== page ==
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The ‘beer virus’ pandemic will color Young’s legacy

  • Author: Terrence Cole
    | Opinion
  • Updated: December 13, 2020
  • Published April 3, 2020

U.S. Rep. Don Young, answers a reporter's question after filing paperwork for re-election Friday, June 28, 2019, at the Alaska Division of Elections in Anchorage, Alaska. The 86-year-old Alaska Republican is seeking a 25th term and has served since 1973. (AP Photo/Mark Thiessen)

Congressman Don Young, 86, a world-famous non-epidemiologist, apparently learned all he needed to know about infectious diseases from “Doc” Adams on “Gunsmoke.” So maybe his medical education is sketchy and 150 years out of date. Perhaps that is why, less than three weeks ago on March 13, Young told Alaskans not to worry about the COVID-19 pandemic. He said it was nothing but media “hysteria.”

“…They call it a coronavirus,” he said at the Mat-Su Senior Center, openly flouting the CDC rules that he should be self-isolating to prevent infecting others, but “I call it a beer virus.” The prescription from the Beer Doctor was “go forth with our everyday activities,” because he said the media had invented the danger. “This is blown out of proportion about how deadly this is,” he said. “It’s deadly but it’s not nearly as deadly as the other viruses we have … I call it the hysteria concept.”

Young has since tried backtracking from the “beer virus” verdict, claiming inexplicably that he could not have known at the time what was going on. This is nonsense. Two days before he isolated Corona beer as the source of the pandemic — which he claimed did not exist — Gov. Mike Dunleavy declared a public health emergency disaster for Alaska, and the day before his medical discovery, the first case of COVID-19 appeared in Anchorage. But the larger import is that Young’s “beer virus” claim was merely echoing the reality denial of President Donald Trump and many in the Republican Party for the previous six weeks. They were all on the “beer virus” bandwagon, dismissing the pandemic; it just didn’t have a name until Don Young came along.

Trump now claims that he never downplayed the coronavirus threat, except a massive public record to the contrary proves he is either lying or becoming more forgetful. (Maybe the beer virus accentuates memory loss.) Between late January and early March he was twittering away, claiming it was the best of all possible worlds. On January 22, the day after the first case appeared in the United States, Trump said: “We have it totally under control ... It’s one person coming in from China. We have it under control. It’s going to be just fine.”

Even though secret intelligence briefings as early as January warned of the dire situation, Trump continued to maintain there was nothing to cause any concern. Some loyalists are now claiming that Trump neglected to prepare for the pandemic because he was distracted during these crucial weeks by the impeachment proceedings — as if that were a sound excuse for a President to neglect his duty. Trump repeatedly dismissed the dangers of COVID-19 as it began to spread and ignored the best medical advice. Cheered on by Fox News, Trump and many in the GOP adopted the hooplehead hypothesis that the danger of COVID-19 was just a Democratic hoax. After shutting off flights to China, Trump decided his work was done, and promised the “foreign virus” would be no threat to North America. His complacency set the tune for the lackluster federal and disjointed state responses that continues to the present day.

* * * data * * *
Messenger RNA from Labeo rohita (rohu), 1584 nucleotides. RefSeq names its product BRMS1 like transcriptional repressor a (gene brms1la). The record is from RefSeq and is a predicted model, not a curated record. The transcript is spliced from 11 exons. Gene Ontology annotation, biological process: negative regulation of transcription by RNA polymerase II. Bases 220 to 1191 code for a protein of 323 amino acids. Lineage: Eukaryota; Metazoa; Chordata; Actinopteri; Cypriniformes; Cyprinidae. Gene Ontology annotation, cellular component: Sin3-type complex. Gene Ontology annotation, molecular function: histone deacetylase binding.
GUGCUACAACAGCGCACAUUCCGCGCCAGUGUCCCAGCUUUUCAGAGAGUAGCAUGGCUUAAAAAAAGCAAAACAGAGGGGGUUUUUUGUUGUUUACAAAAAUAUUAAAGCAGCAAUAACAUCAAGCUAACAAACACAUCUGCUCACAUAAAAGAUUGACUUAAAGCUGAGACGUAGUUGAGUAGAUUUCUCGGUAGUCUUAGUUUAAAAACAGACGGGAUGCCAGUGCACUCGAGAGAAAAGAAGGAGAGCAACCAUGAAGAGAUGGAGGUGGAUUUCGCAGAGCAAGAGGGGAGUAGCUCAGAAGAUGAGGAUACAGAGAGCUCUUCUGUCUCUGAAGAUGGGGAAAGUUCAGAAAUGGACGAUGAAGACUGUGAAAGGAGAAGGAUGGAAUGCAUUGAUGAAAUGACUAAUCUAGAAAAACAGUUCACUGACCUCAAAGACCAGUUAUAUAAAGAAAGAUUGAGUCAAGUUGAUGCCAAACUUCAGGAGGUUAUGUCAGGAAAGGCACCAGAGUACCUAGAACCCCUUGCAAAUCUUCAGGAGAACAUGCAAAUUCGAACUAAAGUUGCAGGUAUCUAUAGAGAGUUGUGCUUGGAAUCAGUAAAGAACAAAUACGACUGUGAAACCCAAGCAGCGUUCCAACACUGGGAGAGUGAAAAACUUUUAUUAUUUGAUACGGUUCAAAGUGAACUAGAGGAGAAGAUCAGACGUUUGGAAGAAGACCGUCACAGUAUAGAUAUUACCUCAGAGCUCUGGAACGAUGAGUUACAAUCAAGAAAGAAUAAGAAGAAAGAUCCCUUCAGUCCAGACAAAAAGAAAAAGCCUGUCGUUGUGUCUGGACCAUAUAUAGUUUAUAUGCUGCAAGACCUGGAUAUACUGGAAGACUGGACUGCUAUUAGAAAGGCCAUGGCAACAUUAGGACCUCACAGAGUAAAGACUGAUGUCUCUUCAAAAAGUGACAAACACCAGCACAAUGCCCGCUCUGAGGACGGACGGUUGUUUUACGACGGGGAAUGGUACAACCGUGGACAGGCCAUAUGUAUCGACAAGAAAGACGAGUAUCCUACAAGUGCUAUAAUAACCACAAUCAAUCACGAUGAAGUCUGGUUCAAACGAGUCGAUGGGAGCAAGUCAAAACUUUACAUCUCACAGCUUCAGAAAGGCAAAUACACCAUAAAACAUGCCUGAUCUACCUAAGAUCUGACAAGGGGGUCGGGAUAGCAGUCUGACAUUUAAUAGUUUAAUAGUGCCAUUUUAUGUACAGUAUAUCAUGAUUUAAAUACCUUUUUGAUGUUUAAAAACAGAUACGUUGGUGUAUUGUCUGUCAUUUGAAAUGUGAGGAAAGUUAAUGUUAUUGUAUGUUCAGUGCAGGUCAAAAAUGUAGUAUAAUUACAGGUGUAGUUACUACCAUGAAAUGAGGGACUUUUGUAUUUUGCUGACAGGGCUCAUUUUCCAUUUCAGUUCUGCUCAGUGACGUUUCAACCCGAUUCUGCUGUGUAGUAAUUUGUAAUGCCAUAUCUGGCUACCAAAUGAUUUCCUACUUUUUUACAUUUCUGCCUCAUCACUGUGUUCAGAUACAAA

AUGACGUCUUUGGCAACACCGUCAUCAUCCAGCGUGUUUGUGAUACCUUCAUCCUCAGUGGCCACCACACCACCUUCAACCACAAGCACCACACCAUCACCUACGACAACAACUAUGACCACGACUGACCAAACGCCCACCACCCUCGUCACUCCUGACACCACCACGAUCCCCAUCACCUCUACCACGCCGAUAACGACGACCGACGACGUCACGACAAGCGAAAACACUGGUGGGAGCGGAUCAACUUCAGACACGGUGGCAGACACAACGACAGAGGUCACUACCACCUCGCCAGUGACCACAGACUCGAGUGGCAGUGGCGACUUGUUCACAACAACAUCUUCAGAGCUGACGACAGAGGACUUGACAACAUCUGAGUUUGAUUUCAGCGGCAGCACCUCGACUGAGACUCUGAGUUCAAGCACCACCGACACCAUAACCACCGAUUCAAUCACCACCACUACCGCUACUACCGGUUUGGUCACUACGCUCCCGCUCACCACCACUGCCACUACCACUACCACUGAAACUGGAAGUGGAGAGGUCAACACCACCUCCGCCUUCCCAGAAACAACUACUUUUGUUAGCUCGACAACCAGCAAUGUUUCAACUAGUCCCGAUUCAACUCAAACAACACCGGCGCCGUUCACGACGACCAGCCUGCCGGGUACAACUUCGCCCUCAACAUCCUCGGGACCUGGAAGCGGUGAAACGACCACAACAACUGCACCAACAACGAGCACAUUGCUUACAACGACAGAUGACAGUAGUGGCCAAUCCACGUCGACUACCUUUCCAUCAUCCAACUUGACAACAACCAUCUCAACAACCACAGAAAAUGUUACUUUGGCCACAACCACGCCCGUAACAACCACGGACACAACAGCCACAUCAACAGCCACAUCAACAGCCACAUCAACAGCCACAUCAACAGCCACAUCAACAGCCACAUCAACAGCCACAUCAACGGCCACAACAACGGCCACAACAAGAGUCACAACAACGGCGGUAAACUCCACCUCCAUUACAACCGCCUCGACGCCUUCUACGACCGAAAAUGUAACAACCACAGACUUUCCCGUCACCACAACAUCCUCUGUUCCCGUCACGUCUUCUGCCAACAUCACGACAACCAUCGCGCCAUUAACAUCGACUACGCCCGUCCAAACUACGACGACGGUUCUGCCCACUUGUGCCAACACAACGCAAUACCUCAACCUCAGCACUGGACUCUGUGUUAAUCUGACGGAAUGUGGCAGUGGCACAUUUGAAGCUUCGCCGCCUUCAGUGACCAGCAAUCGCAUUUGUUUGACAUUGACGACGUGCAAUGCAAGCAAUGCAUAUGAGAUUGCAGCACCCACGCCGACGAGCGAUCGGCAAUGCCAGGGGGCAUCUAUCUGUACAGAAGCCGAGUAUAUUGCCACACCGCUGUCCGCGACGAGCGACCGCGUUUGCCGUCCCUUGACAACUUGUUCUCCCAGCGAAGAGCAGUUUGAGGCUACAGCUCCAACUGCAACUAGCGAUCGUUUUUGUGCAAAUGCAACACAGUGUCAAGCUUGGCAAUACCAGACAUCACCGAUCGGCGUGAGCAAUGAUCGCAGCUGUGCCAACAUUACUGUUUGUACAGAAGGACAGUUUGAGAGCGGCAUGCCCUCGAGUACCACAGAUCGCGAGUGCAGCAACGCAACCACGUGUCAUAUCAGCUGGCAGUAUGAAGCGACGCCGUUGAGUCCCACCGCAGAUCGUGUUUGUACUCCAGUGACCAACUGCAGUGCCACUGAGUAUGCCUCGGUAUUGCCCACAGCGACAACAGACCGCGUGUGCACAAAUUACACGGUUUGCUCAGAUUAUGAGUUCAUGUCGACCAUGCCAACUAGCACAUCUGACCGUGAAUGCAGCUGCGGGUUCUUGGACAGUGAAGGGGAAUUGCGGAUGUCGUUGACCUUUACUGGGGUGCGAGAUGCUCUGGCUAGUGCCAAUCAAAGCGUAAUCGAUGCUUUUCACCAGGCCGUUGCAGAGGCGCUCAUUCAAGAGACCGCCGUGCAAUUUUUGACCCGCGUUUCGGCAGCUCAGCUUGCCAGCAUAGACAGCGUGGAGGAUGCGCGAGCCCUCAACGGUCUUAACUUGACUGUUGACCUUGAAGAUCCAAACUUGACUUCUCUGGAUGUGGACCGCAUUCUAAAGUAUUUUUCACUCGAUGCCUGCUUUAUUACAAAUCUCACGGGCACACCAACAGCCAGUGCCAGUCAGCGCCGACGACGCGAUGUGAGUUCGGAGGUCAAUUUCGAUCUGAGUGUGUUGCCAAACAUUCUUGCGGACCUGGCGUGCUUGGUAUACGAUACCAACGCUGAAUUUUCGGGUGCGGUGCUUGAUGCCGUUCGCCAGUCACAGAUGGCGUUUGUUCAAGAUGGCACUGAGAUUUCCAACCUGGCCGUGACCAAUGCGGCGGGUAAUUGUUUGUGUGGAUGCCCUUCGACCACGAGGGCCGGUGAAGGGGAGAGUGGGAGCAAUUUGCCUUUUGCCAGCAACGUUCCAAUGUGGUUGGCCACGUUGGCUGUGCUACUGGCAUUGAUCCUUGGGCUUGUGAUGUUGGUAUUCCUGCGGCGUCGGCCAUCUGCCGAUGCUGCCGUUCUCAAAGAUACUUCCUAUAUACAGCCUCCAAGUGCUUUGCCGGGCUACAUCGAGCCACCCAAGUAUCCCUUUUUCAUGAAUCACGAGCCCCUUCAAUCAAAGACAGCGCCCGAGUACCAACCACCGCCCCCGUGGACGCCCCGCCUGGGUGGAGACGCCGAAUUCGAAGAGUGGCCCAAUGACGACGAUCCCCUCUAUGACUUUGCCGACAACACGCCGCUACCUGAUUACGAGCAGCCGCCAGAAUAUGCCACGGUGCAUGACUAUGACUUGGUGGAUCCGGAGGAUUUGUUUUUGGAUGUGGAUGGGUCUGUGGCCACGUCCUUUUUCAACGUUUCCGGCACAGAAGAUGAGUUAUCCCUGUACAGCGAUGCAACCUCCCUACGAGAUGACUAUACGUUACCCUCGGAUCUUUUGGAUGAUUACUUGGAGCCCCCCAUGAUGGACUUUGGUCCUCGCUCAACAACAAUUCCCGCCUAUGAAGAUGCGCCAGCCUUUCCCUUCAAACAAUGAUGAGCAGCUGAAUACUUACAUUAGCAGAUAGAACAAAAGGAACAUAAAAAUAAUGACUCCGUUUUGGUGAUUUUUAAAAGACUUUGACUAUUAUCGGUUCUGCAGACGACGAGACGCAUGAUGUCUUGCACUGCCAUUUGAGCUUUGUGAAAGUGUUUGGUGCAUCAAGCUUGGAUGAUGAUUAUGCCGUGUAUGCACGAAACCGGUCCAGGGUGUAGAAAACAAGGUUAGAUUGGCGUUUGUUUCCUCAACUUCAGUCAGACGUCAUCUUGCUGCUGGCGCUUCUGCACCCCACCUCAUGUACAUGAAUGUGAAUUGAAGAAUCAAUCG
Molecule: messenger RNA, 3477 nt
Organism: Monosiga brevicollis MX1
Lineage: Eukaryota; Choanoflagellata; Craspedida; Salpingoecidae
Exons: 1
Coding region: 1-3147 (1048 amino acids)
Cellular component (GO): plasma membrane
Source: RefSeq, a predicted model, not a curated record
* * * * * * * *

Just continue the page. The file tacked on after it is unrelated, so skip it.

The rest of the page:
Part of the administration’s war on reality has been the repeated denial of science, ignoring evidence and continually dismissing the inconvenient advice of physicians and epidemiologists in favor of the wisdom of talk show hosts and political gasbags, who wouldn’t know the difference between a germ and a German. At the moment evidence of such foolishness and the U.S. lack of preparedness for the COVID-19 pandemic is everywhere. The dismal record of testing, the incompetence of federal assistance and the shortages of swabs, masks, gowns, ICU hospital beds, ventilators, etc. are a national disgrace without parallel in American history. The advance planning that should have been done was neglected, and in many respects, it is too late now.

A pandemic affords no one the option of reality denial and scientific ignorance. We need enlightened and humble officials willing to heed the scientists, physicians, nurses, and researchers on the front lines. And millions of Americans are taking the health mandates and the advice of the medical community seriously, staying at home, self-quarantining, social distancing and hand washing, and if enough do that, we’ll be less at the mercy of incompetent politicians.

Don Young will probably go down in history as the poster boy for COVID-19 ignorance and arrogance, but that is not completely fair. From the President on down, there are too many politicians and political ideologues to count who belong there with him.

Terrence Cole is an emeritus professor of history at the University of Alaska Fairbanks.

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